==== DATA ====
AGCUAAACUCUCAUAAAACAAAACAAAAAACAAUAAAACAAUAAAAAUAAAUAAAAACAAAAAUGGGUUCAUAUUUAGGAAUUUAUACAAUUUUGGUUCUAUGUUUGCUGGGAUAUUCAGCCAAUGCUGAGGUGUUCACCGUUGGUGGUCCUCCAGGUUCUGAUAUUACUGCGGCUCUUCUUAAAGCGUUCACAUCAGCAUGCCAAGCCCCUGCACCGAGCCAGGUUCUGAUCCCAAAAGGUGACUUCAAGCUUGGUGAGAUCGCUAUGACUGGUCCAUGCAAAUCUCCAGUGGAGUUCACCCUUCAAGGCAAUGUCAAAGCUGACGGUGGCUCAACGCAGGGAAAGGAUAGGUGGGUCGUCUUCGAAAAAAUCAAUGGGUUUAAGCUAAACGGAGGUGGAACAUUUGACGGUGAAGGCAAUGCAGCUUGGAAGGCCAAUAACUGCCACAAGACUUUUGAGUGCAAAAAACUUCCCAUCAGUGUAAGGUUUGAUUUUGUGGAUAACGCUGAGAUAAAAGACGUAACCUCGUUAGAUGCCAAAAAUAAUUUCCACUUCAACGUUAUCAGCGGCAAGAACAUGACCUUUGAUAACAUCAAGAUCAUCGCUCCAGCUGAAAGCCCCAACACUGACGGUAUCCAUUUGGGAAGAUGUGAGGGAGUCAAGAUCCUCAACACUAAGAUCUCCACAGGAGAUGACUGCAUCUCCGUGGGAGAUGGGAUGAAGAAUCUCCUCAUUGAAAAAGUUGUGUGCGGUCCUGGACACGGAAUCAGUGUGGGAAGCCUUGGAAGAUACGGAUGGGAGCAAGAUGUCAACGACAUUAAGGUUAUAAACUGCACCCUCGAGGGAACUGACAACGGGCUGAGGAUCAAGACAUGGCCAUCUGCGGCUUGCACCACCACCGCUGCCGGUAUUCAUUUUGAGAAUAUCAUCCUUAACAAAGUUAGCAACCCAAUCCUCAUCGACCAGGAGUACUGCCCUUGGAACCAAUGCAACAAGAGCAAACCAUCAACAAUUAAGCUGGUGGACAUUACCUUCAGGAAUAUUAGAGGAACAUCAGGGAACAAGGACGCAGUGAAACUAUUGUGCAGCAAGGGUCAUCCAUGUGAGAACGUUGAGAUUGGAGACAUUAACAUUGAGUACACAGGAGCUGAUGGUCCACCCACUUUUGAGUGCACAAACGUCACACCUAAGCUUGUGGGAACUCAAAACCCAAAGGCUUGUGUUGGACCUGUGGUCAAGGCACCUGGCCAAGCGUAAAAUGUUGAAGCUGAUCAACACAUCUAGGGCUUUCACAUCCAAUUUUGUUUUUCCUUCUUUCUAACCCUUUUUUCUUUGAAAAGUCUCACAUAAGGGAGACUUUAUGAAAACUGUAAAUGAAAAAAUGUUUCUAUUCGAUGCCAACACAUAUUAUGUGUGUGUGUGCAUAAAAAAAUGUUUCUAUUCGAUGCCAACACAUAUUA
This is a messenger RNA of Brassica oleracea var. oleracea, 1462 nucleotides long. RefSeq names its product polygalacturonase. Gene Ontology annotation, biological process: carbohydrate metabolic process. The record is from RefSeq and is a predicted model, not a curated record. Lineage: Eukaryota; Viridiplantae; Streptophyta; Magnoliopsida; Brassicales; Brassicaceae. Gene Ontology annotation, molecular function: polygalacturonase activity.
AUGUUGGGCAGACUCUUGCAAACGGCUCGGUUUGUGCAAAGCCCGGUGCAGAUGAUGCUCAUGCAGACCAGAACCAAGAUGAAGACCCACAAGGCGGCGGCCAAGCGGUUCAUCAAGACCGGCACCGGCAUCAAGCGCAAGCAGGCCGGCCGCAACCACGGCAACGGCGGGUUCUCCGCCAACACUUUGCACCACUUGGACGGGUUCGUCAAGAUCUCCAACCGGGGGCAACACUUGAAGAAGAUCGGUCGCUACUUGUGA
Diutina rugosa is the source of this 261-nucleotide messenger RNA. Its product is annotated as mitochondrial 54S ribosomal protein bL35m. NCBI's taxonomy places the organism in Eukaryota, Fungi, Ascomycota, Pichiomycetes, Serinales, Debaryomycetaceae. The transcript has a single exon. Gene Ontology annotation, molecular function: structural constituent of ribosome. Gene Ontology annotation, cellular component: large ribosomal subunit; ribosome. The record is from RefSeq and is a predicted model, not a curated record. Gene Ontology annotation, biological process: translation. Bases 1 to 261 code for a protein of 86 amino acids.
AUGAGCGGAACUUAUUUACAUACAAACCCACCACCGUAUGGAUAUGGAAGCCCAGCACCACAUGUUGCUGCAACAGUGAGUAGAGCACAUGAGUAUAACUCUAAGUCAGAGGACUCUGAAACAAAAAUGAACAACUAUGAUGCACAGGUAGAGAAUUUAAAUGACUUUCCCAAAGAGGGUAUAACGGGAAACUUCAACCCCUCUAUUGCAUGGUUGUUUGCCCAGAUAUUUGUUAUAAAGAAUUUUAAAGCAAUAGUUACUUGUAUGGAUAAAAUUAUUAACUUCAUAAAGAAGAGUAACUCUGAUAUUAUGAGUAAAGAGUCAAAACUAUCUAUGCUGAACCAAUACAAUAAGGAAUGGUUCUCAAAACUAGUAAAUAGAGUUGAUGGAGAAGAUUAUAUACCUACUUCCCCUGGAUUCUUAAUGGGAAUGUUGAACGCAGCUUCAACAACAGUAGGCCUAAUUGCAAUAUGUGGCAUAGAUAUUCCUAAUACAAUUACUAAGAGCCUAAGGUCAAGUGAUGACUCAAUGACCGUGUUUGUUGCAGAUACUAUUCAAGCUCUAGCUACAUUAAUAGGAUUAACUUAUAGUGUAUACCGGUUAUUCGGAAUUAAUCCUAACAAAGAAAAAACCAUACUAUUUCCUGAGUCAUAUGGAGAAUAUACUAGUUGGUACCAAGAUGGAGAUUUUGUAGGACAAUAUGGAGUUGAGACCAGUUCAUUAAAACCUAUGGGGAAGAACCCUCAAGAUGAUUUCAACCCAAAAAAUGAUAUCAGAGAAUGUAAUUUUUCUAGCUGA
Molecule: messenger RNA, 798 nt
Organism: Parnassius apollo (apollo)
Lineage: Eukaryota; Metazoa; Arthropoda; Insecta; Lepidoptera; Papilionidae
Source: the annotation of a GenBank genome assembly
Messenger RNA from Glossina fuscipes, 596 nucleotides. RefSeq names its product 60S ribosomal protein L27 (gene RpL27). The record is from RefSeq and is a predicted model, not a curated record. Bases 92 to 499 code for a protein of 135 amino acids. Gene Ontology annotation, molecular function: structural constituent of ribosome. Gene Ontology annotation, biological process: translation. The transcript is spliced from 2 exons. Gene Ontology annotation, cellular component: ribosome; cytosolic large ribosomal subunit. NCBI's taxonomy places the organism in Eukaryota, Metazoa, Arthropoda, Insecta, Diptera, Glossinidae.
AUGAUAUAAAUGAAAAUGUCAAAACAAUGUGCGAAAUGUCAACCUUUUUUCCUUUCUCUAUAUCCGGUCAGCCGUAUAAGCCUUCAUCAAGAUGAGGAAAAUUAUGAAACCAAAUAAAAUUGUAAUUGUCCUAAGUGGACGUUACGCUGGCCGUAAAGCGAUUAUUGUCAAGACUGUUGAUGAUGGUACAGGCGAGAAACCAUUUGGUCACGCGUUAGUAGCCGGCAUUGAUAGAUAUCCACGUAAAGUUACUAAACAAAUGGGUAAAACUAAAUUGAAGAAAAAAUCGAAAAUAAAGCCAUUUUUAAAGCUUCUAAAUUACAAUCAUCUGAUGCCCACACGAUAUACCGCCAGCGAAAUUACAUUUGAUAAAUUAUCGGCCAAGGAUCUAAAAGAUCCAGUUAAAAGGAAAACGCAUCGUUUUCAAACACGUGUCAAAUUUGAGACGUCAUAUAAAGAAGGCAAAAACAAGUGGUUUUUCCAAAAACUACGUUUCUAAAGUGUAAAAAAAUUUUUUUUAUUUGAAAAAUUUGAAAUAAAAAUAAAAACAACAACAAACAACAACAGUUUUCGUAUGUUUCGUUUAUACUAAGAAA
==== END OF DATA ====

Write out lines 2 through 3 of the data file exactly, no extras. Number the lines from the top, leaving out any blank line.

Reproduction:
This is a messenger RNA of Brassica oleracea var. oleracea, 1462 nucleotides long. RefSeq names its product polygalacturonase. Gene Ontology annotation, biological process: carbohydrate metabolic process. The record is from RefSeq and is a predicted model, not a curated record. Lineage: Eukaryota; Viridiplantae; Streptophyta; Magnoliopsida; Brassicales; Brassicaceae. Gene Ontology annotation, molecular function: polygalacturonase activity.
AUGUUGGGCAGACUCUUGCAAACGGCUCGGUUUGUGCAAAGCCCGGUGCAGAUGAUGCUCAUGCAGACCAGAACCAAGAUGAAGACCCACAAGGCGGCGGCCAAGCGGUUCAUCAAGACCGGCACCGGCAUCAAGCGCAAGCAGGCCGGCCGCAACCACGGCAACGGCGGGUUCUCCGCCAACACUUUGCACCACUUGGACGGGUUCGUCAAGAUCUCCAACCGGGGGCAACACUUGAAGAAGAUCGGUCGCUACUUGUGA